The varnish in Example 1 was prepared with only about 1/2 equivalent of the amine neutralized with acetic acid.
______________________________________WeightPercent______________________________________84.8 Pentaerythritol polyacrylate [about 3.1 acrylate groups per molecule, average molecular weight about 290 (400 poise at 25° C.)]6.7 Diethylamine (.308 equivalent of amine per mol of polyacrylate)3.6 Glacial acetic acid (.164 mols of acid, 53.2% neutralized)4.9 Benzophenone100.0______________________________________
This varnish (reduced to 50% nonvolatile solids) had an improved cure rate of 300 feet per minute under the curing conditions of Example 1, as compared to the fully neutralized emulsion in Example 1 which cured at 100 feet per minute.
______________________________________WeightPercent______________________________________80.66 Pentaerythritol polyacrylate [about 3.1 acrylate groups per molecule, average molecular weight about 290 (400 poise at 25° C.)]8.84 Dipropyl amine (.316 equivalent of amine per mol of polyacrylate)6.60 Glacial acetic acid (.317 mol of acid - about 100% neutralized)4.90 Benzopheneone100.00______________________________________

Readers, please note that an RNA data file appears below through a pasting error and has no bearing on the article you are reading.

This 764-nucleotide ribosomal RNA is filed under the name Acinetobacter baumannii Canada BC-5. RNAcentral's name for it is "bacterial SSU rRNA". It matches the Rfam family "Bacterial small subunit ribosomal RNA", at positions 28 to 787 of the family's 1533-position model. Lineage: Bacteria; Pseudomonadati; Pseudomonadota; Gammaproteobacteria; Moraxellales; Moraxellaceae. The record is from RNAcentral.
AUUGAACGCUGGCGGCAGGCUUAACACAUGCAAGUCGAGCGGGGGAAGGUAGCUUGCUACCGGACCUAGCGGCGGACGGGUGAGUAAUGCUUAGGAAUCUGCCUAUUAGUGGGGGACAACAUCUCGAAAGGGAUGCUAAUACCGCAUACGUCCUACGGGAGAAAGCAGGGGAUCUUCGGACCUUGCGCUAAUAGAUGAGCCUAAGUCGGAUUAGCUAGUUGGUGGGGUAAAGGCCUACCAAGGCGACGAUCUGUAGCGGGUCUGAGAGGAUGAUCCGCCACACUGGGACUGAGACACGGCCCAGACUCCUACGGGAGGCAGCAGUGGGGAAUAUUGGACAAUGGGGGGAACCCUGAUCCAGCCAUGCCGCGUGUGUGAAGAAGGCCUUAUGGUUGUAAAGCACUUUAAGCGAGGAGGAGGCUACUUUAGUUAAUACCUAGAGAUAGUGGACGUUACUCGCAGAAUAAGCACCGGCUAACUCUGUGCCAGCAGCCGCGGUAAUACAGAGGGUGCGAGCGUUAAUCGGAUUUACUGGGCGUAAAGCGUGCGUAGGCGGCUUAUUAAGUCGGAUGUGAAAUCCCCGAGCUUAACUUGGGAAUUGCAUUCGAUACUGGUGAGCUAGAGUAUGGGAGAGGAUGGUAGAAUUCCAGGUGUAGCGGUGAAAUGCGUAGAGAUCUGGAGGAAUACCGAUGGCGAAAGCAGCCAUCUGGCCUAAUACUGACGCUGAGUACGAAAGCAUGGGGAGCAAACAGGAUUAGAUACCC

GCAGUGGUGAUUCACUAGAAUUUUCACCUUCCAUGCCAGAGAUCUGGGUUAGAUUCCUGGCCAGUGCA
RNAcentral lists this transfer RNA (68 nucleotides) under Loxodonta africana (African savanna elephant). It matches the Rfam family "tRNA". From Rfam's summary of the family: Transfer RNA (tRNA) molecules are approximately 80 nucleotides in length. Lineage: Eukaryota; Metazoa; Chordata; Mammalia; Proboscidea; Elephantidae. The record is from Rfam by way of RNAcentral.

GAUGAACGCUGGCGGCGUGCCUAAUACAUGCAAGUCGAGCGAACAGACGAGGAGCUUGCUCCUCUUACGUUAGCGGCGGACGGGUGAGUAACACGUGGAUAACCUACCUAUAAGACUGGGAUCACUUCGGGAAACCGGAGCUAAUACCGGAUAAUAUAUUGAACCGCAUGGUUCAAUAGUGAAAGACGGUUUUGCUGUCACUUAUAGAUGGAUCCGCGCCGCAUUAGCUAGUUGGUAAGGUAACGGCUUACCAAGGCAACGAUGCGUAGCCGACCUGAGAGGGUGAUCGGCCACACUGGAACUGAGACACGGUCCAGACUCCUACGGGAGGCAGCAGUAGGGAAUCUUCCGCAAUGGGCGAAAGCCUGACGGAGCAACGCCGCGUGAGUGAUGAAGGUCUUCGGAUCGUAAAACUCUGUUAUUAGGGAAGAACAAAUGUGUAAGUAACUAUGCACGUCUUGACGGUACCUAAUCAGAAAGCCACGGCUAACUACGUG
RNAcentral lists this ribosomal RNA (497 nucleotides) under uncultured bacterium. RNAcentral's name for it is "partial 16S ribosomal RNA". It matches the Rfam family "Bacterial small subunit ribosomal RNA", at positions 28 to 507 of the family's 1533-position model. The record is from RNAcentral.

The diethyl amine used in the previous examples can be replaced by other secondary amines which undergo the Michael addition reaction. Diisopropylamine substituted on a molar basis is shown above. Other secondary amines such as dibutylamine, dicocoamine, methyl, and isopropylamine work as well. Primary amines may be used to increase the viscosity of the anhydrous resin. These amines, such as butyl amine, and octyl amine, having two amine hydrogens susceptible to Michael addition are useful for increasing the molecular weight of the resin prior to reducing the viscosity with water as described above. Tertiary amines, not having a free amino hydrogen are not useful in this invention, although they are compatible and may be blended with compounds described within the invention.
The benzophenone component in the previous examples can be satisfactorily replaced by: